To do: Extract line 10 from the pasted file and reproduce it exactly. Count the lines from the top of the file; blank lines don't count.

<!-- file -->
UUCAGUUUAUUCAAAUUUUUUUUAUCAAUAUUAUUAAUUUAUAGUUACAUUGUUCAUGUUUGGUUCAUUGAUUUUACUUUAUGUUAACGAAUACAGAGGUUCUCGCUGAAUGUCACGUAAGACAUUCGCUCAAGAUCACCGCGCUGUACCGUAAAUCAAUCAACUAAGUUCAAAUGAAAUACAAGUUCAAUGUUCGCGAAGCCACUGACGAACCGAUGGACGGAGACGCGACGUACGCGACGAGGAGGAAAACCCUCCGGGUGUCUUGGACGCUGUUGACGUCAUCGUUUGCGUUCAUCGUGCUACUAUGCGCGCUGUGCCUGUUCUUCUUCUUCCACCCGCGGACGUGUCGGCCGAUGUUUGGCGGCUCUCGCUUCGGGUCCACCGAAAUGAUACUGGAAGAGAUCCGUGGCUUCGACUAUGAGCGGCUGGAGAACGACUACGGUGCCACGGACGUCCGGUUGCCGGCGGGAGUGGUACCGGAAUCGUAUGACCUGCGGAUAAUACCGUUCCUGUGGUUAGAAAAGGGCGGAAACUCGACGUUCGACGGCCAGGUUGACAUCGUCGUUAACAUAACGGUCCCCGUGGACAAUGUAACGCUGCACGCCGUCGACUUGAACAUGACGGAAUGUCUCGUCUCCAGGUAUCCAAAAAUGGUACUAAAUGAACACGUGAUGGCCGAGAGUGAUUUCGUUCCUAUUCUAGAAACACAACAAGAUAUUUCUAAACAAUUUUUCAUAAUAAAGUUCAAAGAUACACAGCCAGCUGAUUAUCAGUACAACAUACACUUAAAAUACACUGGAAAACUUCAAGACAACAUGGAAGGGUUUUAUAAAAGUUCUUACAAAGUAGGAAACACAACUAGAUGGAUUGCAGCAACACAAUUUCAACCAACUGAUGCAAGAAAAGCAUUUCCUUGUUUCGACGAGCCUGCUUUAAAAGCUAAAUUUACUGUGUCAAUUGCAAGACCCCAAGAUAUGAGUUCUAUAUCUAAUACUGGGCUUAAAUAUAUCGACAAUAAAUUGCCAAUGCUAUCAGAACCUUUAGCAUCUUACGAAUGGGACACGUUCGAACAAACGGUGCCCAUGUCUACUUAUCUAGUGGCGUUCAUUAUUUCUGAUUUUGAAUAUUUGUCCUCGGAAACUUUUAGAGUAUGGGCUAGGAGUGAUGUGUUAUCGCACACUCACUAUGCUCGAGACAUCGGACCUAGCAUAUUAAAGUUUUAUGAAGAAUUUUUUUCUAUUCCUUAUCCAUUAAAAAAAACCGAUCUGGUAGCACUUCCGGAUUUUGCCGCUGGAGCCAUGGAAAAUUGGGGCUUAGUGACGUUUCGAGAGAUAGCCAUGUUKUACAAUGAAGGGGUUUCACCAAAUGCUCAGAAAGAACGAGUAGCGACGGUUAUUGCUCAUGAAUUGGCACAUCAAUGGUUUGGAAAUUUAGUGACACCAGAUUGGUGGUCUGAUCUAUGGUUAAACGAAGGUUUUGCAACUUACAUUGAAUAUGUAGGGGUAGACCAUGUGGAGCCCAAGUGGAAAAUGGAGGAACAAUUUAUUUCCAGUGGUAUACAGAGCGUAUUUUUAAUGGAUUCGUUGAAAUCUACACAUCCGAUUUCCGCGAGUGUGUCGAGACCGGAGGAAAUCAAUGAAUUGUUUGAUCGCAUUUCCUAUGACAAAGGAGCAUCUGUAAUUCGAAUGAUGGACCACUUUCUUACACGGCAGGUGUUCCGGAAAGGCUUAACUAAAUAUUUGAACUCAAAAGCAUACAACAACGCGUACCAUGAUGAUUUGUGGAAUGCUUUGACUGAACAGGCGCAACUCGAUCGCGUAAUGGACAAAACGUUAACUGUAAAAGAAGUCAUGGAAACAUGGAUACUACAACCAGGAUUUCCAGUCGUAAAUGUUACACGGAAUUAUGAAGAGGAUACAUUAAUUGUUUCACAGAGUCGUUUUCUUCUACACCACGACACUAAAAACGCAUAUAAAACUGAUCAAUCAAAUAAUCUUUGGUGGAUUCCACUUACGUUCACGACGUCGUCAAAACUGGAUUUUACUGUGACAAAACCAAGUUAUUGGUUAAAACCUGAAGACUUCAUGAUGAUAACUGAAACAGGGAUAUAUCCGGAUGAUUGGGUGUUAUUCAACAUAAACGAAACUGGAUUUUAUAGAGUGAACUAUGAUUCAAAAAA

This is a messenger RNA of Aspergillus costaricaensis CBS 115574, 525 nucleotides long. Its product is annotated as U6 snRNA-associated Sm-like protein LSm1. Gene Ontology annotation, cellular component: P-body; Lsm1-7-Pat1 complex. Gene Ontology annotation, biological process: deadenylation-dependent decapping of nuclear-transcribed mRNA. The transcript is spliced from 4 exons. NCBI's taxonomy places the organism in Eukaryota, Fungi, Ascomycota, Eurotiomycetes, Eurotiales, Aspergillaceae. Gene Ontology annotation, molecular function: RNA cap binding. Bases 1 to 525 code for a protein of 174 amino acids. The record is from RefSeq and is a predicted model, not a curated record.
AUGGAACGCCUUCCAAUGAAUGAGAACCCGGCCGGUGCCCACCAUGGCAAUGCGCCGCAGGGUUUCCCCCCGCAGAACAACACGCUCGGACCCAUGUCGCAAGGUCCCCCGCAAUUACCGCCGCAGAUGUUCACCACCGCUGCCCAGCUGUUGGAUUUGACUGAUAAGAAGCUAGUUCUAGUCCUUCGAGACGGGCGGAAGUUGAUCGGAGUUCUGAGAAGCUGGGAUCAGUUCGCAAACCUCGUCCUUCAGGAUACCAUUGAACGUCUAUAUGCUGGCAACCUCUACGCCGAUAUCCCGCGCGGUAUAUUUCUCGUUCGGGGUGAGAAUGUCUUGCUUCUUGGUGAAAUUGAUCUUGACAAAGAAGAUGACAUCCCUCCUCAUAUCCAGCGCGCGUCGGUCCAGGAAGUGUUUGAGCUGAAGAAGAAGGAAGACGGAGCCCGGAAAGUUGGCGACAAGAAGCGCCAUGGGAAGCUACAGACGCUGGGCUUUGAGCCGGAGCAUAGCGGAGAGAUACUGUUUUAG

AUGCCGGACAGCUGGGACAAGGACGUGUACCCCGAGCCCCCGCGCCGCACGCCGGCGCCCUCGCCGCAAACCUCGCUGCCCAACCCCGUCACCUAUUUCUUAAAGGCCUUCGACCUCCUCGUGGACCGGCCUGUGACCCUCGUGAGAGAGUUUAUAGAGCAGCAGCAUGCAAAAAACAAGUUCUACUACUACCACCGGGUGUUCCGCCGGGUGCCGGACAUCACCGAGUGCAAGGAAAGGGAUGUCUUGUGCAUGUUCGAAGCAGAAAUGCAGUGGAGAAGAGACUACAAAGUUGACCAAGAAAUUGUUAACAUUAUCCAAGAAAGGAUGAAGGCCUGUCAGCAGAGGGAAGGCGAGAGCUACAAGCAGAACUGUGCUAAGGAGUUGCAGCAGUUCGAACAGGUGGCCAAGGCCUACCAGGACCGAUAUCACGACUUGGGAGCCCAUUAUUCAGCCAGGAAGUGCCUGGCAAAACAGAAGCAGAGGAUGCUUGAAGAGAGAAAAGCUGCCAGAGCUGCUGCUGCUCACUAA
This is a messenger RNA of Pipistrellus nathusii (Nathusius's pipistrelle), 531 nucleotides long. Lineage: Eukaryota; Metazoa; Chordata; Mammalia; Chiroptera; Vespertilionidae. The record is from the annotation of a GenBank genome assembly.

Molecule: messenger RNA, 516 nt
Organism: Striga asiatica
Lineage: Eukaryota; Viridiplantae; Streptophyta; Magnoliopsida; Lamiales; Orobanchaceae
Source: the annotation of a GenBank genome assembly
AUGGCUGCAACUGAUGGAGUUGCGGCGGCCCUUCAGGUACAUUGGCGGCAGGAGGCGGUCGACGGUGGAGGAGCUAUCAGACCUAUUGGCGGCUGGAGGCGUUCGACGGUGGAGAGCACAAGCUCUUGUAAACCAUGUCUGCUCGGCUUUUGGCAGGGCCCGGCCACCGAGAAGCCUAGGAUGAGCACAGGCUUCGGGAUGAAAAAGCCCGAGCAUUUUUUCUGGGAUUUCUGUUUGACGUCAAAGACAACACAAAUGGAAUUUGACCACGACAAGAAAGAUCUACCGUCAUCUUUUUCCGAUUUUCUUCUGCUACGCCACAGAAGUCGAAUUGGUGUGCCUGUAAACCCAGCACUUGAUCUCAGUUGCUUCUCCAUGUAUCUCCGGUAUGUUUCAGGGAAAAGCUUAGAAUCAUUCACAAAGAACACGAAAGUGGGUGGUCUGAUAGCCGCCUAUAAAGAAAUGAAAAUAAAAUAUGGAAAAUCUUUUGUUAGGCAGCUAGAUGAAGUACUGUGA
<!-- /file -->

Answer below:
AUGGCUGCAACUGAUGGAGUUGCGGCGGCCCUUCAGGUACAUUGGCGGCAGGAGGCGGUCGACGGUGGAGGAGCUAUCAGACCUAUUGGCGGCUGGAGGCGUUCGACGGUGGAGAGCACAAGCUCUUGUAAACCAUGUCUGCUCGGCUUUUGGCAGGGCCCGGCCACCGAGAAGCCUAGGAUGAGCACAGGCUUCGGGAUGAAAAAGCCCGAGCAUUUUUUCUGGGAUUUCUGUUUGACGUCAAAGACAACACAAAUGGAAUUUGACCACGACAAGAAAGAUCUACCGUCAUCUUUUUCCGAUUUUCUUCUGCUACGCCACAGAAGUCGAAUUGGUGUGCCUGUAAACCCAGCACUUGAUCUCAGUUGCUUCUCCAUGUAUCUCCGGUAUGUUUCAGGGAAAAGCUUAGAAUCAUUCACAAAGAACACGAAAGUGGGUGGUCUGAUAGCCGCCUAUAAAGAAAUGAAAAUAAAAUAUGGAAAAUCUUUUGUUAGGCAGCUAGAUGAAGUACUGUGA